British heart- throb takes a new direction.
Even experienced actors can suffer performance anxiety when working on both sides of the
camera, writes Marie- Christine Sourris MAKING your directorial debut opposite one of the greatest actresses of all time, Vanessa Redgrave, is enough to intimidate any man. Even Ralph Fiennes. ‘‘ I didn’t want to f--- up, really,’’ the star of
laughs. Despite knowing Redgrave for many years, thanks to his close friendship with her late daughter Natasha Richardson and Natasha’s husband Liam Neeson, he was in new territory on the set of
Merely reprising the lead role and adapting it for screen wasn’t enough ( Fiennes last tackled the legendary Roman leader who falls from grace in a 2000 stage production in London).
No, the 50- year- old heart- throb chose to cut his filmmaking teeth behind the camera at the same time.
‘‘ I’d run, do a scene, rush back to check it, discuss it with the director of photography, and go back again,’’ Fiennes says.
‘‘ I was exhausted, but adrenalin is
The English Patient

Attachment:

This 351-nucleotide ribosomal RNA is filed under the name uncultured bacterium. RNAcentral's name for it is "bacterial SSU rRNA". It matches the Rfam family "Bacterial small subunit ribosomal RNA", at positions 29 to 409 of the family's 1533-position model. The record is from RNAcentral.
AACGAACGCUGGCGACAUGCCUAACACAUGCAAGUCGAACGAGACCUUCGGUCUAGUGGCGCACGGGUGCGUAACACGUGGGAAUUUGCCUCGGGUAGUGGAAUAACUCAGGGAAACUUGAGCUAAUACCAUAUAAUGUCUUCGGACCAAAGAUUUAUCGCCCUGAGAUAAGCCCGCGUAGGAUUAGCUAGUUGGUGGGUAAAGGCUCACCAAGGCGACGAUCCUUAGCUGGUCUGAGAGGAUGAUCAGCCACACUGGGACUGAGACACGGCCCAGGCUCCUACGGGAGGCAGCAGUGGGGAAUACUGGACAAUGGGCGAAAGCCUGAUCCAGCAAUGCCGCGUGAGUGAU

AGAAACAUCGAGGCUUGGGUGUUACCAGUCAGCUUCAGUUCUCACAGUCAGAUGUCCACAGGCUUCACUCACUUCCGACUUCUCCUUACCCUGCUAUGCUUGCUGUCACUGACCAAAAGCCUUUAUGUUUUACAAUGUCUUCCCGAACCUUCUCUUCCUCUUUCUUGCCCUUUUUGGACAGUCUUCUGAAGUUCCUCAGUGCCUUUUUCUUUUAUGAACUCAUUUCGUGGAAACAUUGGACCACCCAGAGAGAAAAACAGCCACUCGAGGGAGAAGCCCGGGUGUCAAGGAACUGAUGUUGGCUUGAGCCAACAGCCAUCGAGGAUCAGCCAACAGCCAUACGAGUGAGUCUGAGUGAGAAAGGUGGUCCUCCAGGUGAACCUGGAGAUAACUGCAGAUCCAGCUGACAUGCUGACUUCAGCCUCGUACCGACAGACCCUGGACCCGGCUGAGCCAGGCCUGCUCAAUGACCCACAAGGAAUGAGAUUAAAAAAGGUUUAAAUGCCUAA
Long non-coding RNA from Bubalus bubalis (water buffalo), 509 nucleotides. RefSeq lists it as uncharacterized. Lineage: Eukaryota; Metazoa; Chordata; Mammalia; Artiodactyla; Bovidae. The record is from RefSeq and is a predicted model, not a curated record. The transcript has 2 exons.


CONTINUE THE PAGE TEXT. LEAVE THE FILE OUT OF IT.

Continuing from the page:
Coriolanus. a weird thing. It was kind of exciting.
‘‘ When I was on I remember the terrific inspirational energy that Steven Spielberg carried. I never forgot that. I haven’t really ever been on a set since that’s had that level. ‘‘ My arse was saved so many times on
by [ cinematographer] Barry Ackroyd and my designers and particularly by my editor. They were crazy days. At the end of the week, I couldn’t move.’’
Fiennes has created a visually impressive retelling – original text spoken in a modernday setting with a Serbian location,
style action sequences and delicious drama from co- stars Redgrave, Gerard Butler and Jessica Chastain.
‘‘ Gerard is perceived in the media as the hunky guy with the ripped torso in ancient Greece, or he’s the hunky dude in a romcom,’’ Fiennes says.
‘‘ But of course, like lots of actors, they want to flex their muscles in other genres. His acting’s very good [ here].’’
But it is Redgrave who coolly steals the show as Coriolanus’ mother Volumnia.